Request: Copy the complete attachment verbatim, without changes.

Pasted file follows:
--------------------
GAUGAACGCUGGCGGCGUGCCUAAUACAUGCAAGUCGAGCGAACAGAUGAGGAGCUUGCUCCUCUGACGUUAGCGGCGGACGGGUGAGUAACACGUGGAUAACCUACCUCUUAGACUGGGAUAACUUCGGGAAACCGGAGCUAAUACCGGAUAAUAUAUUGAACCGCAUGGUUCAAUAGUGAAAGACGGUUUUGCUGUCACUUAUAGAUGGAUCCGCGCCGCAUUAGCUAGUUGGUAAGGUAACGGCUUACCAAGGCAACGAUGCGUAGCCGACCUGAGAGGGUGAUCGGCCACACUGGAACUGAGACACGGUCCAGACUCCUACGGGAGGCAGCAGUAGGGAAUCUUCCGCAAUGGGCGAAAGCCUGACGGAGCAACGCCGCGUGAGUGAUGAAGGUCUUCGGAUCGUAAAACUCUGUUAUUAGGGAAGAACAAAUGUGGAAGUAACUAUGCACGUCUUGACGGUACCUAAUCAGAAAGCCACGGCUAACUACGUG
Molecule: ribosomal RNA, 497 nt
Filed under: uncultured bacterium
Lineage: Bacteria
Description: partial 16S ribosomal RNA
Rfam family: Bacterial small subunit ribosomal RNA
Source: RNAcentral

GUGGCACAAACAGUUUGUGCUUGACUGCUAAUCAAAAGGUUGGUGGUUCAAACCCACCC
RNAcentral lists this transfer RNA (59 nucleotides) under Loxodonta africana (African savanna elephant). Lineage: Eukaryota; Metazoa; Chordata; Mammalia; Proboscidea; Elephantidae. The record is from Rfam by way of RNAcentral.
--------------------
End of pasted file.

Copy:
GAUGAACGCUGGCGGCGUGCCUAAUACAUGCAAGUCGAGCGAACAGAUGAGGAGCUUGCUCCUCUGACGUUAGCGGCGGACGGGUGAGUAACACGUGGAUAACCUACCUCUUAGACUGGGAUAACUUCGGGAAACCGGAGCUAAUACCGGAUAAUAUAUUGAACCGCAUGGUUCAAUAGUGAAAGACGGUUUUGCUGUCACUUAUAGAUGGAUCCGCGCCGCAUUAGCUAGUUGGUAAGGUAACGGCUUACCAAGGCAACGAUGCGUAGCCGACCUGAGAGGGUGAUCGGCCACACUGGAACUGAGACACGGUCCAGACUCCUACGGGAGGCAGCAGUAGGGAAUCUUCCGCAAUGGGCGAAAGCCUGACGGAGCAACGCCGCGUGAGUGAUGAAGGUCUUCGGAUCGUAAAACUCUGUUAUUAGGGAAGAACAAAUGUGGAAGUAACUAUGCACGUCUUGACGGUACCUAAUCAGAAAGCCACGGCUAACUACGUG
Molecule: ribosomal RNA, 497 nt
Filed under: uncultured bacterium
Lineage: Bacteria
Description: partial 16S ribosomal RNA
Rfam family: Bacterial small subunit ribosomal RNA
Source: RNAcentral

GUGGCACAAACAGUUUGUGCUUGACUGCUAAUCAAAAGGUUGGUGGUUCAAACCCACCC
RNAcentral lists this transfer RNA (59 nucleotides) under Loxodonta africana (African savanna elephant). Lineage: Eukaryota; Metazoa; Chordata; Mammalia; Proboscidea; Elephantidae. The record is from Rfam by way of RNAcentral.